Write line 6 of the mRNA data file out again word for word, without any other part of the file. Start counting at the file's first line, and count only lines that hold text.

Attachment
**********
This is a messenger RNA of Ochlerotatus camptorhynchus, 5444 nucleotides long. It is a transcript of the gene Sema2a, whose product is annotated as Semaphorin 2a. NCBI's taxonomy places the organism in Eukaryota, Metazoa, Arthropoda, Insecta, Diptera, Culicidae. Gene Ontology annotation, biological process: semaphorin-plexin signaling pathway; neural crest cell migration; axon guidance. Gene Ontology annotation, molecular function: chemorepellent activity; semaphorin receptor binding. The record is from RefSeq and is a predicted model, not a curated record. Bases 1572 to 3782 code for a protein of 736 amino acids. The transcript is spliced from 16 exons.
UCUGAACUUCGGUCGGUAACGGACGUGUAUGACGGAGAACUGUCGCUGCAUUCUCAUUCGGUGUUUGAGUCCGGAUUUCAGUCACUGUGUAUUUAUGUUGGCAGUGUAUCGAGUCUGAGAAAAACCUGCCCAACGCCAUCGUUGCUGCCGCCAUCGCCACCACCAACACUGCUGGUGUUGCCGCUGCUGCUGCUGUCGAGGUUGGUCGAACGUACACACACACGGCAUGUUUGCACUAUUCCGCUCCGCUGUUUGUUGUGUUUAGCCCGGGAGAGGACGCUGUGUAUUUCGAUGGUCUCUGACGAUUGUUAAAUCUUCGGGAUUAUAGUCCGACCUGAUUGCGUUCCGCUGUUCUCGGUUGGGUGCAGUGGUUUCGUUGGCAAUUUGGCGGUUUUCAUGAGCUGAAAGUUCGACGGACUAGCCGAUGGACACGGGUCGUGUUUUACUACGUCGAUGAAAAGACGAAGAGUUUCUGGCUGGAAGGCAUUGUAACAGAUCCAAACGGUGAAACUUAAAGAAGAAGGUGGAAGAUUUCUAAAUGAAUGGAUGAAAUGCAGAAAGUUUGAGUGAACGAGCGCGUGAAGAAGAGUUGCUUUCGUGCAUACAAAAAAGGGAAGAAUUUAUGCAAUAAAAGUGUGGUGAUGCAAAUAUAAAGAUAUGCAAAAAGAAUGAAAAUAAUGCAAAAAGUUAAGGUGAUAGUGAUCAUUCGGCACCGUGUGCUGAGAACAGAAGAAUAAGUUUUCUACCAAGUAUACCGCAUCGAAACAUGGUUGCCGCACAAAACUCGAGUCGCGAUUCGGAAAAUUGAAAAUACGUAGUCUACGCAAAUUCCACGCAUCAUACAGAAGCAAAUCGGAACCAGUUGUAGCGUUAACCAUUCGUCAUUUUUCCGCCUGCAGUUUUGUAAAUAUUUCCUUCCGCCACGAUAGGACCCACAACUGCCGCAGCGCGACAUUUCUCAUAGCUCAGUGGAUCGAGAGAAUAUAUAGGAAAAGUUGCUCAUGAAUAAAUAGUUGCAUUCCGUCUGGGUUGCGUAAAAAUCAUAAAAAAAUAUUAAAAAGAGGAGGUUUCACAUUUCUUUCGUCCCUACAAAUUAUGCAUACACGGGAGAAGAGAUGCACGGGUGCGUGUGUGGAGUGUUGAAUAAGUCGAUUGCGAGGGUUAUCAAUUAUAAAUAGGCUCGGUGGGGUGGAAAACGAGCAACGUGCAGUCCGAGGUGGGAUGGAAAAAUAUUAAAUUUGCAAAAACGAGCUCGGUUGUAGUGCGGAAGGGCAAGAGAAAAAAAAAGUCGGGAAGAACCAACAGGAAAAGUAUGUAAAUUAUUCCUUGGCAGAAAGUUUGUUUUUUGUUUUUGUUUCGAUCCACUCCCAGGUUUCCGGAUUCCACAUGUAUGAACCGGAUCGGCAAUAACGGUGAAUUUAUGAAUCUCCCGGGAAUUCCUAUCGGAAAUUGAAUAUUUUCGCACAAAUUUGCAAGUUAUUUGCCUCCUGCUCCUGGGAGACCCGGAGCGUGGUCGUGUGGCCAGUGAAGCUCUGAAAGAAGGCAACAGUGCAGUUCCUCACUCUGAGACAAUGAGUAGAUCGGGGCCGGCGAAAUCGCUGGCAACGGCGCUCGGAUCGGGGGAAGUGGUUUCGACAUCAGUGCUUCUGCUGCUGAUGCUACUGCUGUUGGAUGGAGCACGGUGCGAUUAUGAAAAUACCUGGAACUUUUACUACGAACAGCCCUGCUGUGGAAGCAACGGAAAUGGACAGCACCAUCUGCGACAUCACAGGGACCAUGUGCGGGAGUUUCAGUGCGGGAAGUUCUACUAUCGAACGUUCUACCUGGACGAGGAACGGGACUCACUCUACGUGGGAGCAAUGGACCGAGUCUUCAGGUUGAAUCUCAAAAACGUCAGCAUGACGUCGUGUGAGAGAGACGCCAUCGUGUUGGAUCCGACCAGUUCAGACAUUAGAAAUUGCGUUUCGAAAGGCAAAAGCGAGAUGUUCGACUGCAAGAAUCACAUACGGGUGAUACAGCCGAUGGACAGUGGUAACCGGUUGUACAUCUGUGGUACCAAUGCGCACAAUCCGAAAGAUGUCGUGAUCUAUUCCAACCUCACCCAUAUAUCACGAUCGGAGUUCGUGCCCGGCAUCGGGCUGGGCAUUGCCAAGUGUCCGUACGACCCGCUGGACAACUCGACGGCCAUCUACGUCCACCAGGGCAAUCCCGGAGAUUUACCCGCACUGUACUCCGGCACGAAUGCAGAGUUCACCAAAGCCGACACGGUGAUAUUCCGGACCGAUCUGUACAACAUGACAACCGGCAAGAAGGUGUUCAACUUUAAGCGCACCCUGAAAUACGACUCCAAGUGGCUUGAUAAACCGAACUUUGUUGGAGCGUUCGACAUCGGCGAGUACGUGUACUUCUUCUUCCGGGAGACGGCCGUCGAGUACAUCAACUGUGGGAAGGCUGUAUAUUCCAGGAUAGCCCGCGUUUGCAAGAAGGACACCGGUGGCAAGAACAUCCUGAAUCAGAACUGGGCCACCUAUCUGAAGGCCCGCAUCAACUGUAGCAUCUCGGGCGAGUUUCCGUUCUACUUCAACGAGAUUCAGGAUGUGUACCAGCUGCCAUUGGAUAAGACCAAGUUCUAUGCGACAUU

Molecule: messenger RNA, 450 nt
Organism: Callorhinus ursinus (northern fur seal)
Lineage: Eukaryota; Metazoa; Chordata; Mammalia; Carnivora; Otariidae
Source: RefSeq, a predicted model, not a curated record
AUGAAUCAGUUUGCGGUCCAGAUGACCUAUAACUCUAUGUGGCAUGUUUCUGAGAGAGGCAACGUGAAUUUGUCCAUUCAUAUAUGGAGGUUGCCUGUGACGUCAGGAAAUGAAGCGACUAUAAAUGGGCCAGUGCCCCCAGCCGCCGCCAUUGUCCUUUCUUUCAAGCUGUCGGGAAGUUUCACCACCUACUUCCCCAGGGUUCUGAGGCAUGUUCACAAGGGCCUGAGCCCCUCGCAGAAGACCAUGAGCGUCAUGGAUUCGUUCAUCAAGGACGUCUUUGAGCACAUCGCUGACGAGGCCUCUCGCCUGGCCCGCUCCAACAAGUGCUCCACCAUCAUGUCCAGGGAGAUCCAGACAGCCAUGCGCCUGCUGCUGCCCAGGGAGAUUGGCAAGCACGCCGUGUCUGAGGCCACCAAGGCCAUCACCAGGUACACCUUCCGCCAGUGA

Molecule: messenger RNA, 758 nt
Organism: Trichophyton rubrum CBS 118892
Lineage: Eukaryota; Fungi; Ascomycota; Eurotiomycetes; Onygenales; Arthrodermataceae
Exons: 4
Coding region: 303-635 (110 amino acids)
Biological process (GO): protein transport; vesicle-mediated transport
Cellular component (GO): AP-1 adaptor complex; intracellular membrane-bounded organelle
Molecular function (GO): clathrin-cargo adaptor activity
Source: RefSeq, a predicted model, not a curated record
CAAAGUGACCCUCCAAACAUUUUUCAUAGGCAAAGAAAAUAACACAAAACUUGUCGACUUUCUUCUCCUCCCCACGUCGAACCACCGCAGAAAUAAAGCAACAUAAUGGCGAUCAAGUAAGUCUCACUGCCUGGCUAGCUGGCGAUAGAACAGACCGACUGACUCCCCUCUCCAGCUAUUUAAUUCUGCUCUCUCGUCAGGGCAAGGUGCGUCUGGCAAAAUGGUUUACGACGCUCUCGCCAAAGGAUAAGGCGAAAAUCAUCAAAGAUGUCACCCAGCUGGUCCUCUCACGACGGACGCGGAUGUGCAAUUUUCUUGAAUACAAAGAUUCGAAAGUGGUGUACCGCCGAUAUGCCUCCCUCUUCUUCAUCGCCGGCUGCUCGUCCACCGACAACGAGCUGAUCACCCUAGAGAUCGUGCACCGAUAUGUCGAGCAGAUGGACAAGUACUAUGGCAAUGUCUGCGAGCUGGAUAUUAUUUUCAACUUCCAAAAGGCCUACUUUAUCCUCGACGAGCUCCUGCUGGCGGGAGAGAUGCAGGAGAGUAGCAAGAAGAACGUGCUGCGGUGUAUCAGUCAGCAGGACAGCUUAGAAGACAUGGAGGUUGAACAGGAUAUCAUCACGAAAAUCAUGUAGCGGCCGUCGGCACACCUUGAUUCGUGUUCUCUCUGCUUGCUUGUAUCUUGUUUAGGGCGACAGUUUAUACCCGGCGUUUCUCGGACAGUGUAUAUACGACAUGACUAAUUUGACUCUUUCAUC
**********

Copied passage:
Source: RefSeq, a predicted model, not a curated record